VICTORIA MELODY is an award-winning performance artist who creates work with an anthropological interest in Britain’s subcultures. Her methods include her immersing herself in the world she wants to document – a practice which has seen Victoria become a pigeon racer, northern soul dancer, championship dog handler, beauty queen and a police officer. Victoria describes this practice as becoming ” an active participant and a physical embodiment” of her subjects “in order to take part in their rituals as research for my work.”
Her latest show, Ugly Chief, sees her collaborate and perform with her father (TV Antiques Dealer Mike Melody) in a show about death and the funeral industry – for which Victoria trained as a funeral director. We talked to her about her approach to her work and the insights this alternative perspective gave her.
Theatre Bubble: Your unusual performance practice has seen you immerse yourself in different worlds. What inspired you to take this approach to your work?
Victoria Melody: Rather than recording, documenting and commenting on Britain’s clubs and tribes, I become a member and metamorphosise myself in the process. I shine a light on different cultures – but from within the inner sanctums rather than from the outside.
My signature style of creating this type of ethnographic work comes from my early attempts of trying to capture accurate portrayals of various subcultures. I found that my subjects would freeze when they were under the microscopic lens of the camera. Off camera people would reveal more of themselves. We would be laughing and joking and then I would press record and they would freeze. I learnt that if I join in and the camera was focused on me then my subjects were more at ease. By taking part people reveal more of themselves and their customs because you are part of the pack.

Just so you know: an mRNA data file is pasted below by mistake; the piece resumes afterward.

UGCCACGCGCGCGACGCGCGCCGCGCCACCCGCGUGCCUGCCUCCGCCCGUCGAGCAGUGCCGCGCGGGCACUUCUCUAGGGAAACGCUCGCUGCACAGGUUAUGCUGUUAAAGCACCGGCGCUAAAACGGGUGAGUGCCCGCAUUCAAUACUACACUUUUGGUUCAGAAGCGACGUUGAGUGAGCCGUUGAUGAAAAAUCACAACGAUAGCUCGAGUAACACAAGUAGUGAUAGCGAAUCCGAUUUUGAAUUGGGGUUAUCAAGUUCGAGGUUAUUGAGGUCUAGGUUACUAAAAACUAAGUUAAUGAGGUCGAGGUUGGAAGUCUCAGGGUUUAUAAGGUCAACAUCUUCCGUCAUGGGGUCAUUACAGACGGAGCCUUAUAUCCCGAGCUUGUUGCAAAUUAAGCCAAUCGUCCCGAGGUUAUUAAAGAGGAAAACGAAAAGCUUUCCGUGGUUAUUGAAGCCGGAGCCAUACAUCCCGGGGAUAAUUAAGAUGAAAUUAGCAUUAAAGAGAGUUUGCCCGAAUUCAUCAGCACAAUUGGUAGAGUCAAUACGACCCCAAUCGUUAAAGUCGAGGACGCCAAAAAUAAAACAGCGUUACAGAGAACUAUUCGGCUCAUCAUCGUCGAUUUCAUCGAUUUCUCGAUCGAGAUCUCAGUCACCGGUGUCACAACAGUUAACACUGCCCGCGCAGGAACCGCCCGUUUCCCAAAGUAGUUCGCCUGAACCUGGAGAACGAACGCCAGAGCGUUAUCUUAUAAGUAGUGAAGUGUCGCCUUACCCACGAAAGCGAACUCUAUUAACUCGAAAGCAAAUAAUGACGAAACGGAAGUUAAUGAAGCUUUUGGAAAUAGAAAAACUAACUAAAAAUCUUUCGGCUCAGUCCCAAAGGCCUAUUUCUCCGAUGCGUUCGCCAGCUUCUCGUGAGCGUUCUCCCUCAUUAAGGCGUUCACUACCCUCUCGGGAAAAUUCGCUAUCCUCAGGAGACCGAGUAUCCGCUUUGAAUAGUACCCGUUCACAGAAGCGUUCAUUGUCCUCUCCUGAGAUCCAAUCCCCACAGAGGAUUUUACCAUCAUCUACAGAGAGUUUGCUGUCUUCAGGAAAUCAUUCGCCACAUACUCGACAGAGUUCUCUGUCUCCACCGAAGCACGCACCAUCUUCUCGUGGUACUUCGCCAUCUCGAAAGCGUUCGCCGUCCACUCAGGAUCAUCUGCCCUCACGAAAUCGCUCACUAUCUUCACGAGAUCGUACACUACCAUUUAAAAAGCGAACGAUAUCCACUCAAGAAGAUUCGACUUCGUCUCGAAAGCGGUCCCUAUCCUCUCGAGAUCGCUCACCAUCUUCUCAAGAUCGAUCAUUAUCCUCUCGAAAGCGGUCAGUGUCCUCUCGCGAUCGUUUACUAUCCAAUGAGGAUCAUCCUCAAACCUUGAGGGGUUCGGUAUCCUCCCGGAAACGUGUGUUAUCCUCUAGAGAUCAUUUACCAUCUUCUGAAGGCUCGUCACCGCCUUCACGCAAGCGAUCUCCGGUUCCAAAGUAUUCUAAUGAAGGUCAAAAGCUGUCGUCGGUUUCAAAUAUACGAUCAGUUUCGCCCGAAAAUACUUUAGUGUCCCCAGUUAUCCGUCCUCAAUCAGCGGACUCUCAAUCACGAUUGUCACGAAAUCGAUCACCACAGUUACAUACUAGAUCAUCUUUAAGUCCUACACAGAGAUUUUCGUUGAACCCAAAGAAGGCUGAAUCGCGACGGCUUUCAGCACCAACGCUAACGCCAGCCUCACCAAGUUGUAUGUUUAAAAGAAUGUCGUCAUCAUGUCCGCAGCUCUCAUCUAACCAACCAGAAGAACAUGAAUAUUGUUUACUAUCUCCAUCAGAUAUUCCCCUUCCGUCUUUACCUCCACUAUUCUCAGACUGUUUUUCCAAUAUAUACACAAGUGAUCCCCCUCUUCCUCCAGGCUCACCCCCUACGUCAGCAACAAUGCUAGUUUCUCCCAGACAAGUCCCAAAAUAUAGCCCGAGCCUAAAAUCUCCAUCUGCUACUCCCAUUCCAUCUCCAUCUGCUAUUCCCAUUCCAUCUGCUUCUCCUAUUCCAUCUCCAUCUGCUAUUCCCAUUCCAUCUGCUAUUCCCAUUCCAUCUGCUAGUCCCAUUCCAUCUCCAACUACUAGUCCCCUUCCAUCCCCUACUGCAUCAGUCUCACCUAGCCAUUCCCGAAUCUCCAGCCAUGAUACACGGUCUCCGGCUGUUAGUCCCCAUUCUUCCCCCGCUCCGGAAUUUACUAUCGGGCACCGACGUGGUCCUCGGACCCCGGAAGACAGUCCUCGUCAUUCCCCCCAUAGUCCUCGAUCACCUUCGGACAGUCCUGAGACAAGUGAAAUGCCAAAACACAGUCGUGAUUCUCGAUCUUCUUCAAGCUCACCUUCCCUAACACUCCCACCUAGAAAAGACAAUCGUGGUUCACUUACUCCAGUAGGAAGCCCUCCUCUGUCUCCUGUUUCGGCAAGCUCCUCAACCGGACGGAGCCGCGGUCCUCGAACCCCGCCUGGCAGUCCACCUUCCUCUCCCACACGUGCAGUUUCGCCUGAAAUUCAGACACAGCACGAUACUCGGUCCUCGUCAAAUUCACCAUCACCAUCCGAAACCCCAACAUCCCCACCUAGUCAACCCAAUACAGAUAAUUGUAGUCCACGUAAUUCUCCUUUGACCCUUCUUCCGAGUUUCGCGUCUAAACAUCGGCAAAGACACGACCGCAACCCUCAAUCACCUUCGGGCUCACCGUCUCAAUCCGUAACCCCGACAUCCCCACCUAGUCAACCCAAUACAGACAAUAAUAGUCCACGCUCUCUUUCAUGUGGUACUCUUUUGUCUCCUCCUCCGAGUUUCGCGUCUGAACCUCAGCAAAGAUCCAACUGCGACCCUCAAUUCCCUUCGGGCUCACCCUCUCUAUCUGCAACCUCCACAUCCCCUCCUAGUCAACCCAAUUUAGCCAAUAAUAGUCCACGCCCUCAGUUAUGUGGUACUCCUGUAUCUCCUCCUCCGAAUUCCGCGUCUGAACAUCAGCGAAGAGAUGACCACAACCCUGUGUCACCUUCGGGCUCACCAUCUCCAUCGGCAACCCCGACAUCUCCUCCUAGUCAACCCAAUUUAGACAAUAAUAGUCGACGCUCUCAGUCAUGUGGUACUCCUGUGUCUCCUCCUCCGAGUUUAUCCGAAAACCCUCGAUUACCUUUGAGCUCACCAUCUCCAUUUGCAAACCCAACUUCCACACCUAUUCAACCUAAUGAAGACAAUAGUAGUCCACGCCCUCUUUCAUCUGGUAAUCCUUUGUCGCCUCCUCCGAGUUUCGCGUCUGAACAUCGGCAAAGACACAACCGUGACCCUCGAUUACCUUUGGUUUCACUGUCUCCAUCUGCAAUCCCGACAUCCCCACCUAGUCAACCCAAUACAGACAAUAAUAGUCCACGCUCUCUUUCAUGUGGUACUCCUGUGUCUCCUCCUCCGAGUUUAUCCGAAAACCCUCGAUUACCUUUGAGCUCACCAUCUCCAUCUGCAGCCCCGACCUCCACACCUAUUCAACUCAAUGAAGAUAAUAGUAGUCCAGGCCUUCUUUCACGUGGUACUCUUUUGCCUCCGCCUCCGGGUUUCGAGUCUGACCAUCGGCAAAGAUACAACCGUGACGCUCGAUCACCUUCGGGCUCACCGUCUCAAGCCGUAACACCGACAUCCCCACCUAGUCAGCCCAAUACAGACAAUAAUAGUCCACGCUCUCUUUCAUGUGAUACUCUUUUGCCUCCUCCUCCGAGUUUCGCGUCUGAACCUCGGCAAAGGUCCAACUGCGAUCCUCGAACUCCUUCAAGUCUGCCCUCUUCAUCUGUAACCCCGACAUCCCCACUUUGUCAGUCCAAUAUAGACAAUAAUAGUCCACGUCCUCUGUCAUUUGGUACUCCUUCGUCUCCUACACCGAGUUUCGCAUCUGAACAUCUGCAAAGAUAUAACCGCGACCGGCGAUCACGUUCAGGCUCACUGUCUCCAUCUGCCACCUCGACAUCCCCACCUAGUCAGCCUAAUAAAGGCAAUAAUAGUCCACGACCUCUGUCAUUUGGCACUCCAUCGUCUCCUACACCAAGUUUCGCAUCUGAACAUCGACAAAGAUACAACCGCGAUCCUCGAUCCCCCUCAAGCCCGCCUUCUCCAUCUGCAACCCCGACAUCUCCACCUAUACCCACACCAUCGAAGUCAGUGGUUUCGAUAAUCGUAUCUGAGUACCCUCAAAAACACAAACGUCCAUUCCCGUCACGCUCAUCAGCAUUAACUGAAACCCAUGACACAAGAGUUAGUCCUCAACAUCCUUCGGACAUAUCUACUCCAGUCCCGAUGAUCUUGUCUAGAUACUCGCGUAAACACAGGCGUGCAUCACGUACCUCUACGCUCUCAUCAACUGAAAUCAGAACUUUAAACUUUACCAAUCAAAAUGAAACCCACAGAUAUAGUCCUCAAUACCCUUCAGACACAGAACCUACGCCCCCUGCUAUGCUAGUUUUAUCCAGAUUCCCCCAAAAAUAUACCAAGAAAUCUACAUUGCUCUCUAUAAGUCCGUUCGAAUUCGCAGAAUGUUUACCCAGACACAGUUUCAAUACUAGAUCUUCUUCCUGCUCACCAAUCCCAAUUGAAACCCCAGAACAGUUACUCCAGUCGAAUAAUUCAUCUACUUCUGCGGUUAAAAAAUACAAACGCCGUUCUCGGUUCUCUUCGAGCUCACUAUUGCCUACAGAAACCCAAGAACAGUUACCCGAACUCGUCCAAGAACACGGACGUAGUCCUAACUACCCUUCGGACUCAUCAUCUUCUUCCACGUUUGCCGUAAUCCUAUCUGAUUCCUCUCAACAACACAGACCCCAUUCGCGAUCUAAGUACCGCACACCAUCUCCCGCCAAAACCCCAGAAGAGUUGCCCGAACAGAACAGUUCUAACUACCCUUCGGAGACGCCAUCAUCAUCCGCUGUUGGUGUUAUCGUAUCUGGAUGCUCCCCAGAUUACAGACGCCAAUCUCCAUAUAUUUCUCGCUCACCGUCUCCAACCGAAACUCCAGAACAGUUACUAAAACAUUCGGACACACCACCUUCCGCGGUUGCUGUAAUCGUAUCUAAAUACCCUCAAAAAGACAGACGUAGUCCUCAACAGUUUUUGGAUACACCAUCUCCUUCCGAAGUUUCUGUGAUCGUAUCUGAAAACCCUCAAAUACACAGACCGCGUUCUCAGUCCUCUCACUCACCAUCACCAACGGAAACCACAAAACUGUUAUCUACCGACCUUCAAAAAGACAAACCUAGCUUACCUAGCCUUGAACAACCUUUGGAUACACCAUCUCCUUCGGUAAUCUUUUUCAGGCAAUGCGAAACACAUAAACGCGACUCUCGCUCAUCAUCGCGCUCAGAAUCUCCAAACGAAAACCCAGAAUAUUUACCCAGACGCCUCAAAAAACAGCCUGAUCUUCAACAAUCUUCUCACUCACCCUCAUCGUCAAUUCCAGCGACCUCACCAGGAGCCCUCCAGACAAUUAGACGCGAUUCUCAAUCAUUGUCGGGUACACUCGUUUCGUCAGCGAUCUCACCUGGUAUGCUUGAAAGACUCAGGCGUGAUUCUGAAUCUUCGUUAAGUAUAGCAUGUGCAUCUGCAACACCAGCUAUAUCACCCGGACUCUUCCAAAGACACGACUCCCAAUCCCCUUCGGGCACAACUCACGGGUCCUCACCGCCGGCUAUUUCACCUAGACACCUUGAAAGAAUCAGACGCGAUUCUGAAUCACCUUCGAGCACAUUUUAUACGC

Part of the humour comes from me adrift in other people’s worlds, worlds where I don’t initially seem like I belong. I am passionate about other people’s passions, communities see that and they want to share their information with me. I lap up things that may seem domestic and banal, the correct way to wash a hearse may seem dull to some but to me it is an insight into how other people think.
My parents are antique dealers, they really care about the pieces they collect. They are custodians who want to preserve antiques and their provenance. They want to keep the stories of the objects alive. They worry about antiques not being in fashion anymore and that they will end up on the skip with their stories lost forever. I’ve inherited that need to preserve but rather than antiques my obsession is with the traditions and routines of Britain’s subcultures.
TB: How has it been performing and working with your father on Ugly Chief?
VM: Really annoying. Dads generally don’t take direction well from their daughters. Also Dad isn’t a performer – he’s never performed from a script on stage before. He hasn’t had to memorise big chunks of information since he was at school nearly 60 years ago. Generating material for the show was the most fun part. We reminisced and told each other stories, we looked for similarities. We listened to CDs looking for the music for the show. We even visited New Orleans to research how different cultures deal with death.